ANTHROPOLOGY AND CIRCUMCISION
Australian subincision (Ashley-Montagu 1937, Singer
DeSole 1967), supercision (Firth 1936, Rubel et al. 1971), Melanesian urethral incision and penile purgations (Hogbin 1970, Lewis 1980), phallocrypts
penis sheaths (Ucko 1969),penis inserts (Brown et al. 1988), and so forth. The anthropology
and allpenile practices is fraught with the ethnocentric perils
revulsion, admiration,and exoticism. Even the very idea that there is a cross-cultural category worthy
comparison called male circumcision is now challenged (Boon 1999).A spate
MC rites was published from the 1880sthrough the early decades
the twentieth century (Aufinger 1941, Brewster 1919,Brown 1921, Jensen 1933, Speiser 1944, Spencer
Gillen 1899). Scores
reports appeared in the
he Royal Anthropological Institute, Man, Africa,Anthropos, Anthropologie, Bulletins
Memoires de la Societe d'Anthropologiede Paris,
etc. (On-line bibliographic databases make these references readily identifiable.) Early anthropologists seemed reluctant to engage the public in a debateabout these rites, preferring instead the dispassionate discourses
science. Butthis is no longer the case, as we shall see.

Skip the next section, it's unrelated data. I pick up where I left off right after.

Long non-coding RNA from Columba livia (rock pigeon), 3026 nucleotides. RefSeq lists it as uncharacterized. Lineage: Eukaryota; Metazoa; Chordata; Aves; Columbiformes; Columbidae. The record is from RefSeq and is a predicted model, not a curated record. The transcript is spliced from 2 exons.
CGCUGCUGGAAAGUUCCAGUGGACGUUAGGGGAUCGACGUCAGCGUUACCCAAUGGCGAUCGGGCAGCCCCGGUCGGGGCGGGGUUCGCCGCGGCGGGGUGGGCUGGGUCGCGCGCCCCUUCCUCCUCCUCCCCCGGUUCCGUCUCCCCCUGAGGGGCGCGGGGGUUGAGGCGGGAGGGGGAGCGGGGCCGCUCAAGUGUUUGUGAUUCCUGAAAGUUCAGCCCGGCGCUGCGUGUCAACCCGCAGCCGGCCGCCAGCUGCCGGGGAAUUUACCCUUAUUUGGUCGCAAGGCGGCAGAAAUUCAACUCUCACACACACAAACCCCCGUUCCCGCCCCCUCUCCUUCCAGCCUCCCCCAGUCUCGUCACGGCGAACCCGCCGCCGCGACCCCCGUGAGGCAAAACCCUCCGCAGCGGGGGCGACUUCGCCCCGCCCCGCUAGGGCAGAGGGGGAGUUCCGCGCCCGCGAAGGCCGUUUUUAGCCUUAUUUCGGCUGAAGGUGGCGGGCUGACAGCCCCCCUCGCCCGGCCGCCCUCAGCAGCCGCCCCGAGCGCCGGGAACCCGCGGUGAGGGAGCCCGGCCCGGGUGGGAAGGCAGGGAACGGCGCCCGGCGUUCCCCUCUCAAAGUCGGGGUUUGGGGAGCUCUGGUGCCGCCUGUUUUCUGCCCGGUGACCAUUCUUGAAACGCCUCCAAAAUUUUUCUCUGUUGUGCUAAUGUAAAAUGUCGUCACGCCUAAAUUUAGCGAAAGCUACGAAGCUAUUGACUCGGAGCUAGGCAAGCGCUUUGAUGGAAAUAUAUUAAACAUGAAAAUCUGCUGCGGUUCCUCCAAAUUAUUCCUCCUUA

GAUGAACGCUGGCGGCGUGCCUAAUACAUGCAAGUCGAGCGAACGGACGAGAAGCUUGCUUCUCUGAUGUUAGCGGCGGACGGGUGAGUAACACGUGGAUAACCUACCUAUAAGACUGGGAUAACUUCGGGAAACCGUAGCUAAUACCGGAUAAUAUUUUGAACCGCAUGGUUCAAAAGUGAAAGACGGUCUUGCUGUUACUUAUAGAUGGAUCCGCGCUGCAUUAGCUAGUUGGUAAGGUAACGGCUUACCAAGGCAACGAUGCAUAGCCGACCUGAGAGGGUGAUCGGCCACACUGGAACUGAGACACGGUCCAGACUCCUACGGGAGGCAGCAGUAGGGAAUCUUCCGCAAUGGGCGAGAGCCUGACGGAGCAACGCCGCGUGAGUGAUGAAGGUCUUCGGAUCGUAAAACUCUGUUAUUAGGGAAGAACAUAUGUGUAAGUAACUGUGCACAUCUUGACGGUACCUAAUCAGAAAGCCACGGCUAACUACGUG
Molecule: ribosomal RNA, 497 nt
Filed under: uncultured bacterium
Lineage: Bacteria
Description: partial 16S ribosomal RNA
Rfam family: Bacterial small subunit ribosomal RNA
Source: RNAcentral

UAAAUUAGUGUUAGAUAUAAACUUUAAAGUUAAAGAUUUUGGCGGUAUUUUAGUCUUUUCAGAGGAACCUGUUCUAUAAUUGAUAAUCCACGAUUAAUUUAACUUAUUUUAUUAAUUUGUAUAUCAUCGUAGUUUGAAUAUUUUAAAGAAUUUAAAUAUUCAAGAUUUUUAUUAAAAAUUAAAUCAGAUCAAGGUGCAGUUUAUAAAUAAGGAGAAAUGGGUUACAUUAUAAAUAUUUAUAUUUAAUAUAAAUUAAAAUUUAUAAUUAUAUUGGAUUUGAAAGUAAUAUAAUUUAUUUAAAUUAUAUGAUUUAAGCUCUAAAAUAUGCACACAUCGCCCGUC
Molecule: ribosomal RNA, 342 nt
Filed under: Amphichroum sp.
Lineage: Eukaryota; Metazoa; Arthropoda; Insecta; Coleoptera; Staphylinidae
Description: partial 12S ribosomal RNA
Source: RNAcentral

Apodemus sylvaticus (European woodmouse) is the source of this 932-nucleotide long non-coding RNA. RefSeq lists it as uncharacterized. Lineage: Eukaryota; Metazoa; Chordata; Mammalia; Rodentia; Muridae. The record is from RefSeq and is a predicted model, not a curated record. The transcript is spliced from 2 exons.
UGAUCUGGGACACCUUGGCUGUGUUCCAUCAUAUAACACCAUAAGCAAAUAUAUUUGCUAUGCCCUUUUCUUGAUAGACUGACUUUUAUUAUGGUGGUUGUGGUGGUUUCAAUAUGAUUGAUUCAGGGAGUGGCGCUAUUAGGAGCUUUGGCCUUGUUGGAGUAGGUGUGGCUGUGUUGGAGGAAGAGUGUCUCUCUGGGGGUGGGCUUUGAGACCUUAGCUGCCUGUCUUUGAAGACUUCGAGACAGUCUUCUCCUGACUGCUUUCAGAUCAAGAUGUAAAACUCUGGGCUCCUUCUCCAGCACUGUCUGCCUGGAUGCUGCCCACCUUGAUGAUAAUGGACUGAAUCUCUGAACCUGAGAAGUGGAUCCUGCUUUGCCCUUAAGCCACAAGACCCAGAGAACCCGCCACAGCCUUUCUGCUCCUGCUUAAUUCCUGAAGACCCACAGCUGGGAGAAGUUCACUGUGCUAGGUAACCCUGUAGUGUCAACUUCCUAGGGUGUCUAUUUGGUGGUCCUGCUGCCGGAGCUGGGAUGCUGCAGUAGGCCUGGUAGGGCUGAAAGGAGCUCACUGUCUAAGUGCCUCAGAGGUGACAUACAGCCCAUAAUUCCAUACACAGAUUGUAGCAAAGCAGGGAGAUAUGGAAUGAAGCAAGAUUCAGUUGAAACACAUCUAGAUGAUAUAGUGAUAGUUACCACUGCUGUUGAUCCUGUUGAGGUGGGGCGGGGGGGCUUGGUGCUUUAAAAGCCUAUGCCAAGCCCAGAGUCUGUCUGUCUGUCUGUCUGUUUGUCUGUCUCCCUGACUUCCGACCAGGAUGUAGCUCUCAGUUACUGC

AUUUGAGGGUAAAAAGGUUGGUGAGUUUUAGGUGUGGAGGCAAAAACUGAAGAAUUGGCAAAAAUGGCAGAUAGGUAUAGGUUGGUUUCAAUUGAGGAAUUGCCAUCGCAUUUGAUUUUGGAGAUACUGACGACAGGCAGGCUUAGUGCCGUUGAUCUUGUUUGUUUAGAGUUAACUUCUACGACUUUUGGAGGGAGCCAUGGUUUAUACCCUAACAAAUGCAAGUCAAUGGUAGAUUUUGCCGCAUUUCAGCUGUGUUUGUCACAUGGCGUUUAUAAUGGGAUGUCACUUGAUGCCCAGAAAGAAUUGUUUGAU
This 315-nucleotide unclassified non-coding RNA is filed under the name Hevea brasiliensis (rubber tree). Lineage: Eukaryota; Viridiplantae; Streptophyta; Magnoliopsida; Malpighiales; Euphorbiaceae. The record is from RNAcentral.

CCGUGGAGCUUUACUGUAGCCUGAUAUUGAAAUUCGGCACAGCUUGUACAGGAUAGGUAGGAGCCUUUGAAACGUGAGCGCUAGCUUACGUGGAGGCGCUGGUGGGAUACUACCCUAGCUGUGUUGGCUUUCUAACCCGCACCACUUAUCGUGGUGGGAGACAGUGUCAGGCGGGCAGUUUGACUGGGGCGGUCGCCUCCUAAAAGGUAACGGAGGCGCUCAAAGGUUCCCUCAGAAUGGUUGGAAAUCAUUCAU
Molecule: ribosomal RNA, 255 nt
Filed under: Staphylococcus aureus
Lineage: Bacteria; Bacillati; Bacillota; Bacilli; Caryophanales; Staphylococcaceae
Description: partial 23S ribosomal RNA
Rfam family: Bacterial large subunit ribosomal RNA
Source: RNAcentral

Van Gennep (1909) classed circumcision with other transitional cuttings, marks,and separations
childhood. Foreskins resemble hair and teeth. The rite often issacrificial (Loeb 1923). Most classic accounts
focusing on Africa, probedcommon symbolic themes: enhancement
masculine virility and fecundity, arboreal fertility, complementary opposition between men and women, preparationfor marriage and adult sexuality, and the hardening
boys for warfare (CrosseUpcott 1959; Gluckman 1949;
Fontaine 1985; Spencer 1965; Thcker 1949;Turner 1962, 1967; White 1953).
The traditional male rite, stressed Paige
Paige (1981), always precedes marriage.
typically entails physical brutality,seclusion, testing, esoteric knowledge, death and rebirth imagery, name changes,dance, masked costumes, and dietary and sexual taboos (Beidelman 1964, 1965;Hambly 1935; Heald 1986; Holdredge
Young 1927). The rite fuses Islam withlocal traditions (Miner 1942), mediates intergroup relations (Turnbull1957), andintegrates the sociocultural system (Ngxarnngxa 1971
For the most part, the idea
male or female circumcision evoked little moral disquiet.
thosephenomena, like cross-cousin marriage, that required cool analytic attention.
course, generalizations are difficult. Usually, boys are expected to endurecircumcision
not so the Ngindo (Crosse-Upcott 1959, p. 176) andTiv (Bohannan 1954, p. 4). Although men generally do the cutting, high-rankingboys in a Melanesian society are circumcised by women (Todd 1934).Gender and ideology often are central to MC. The Merina rite on Madagascar,richly analyzed by Bloch (1986), transfers fertility between generations, shifts boys
merits review (see Brauer 1942,pp. 17-38; Gluckman 1949, p. 155; Patai 1983b, p. 358, 1983c, p. 283).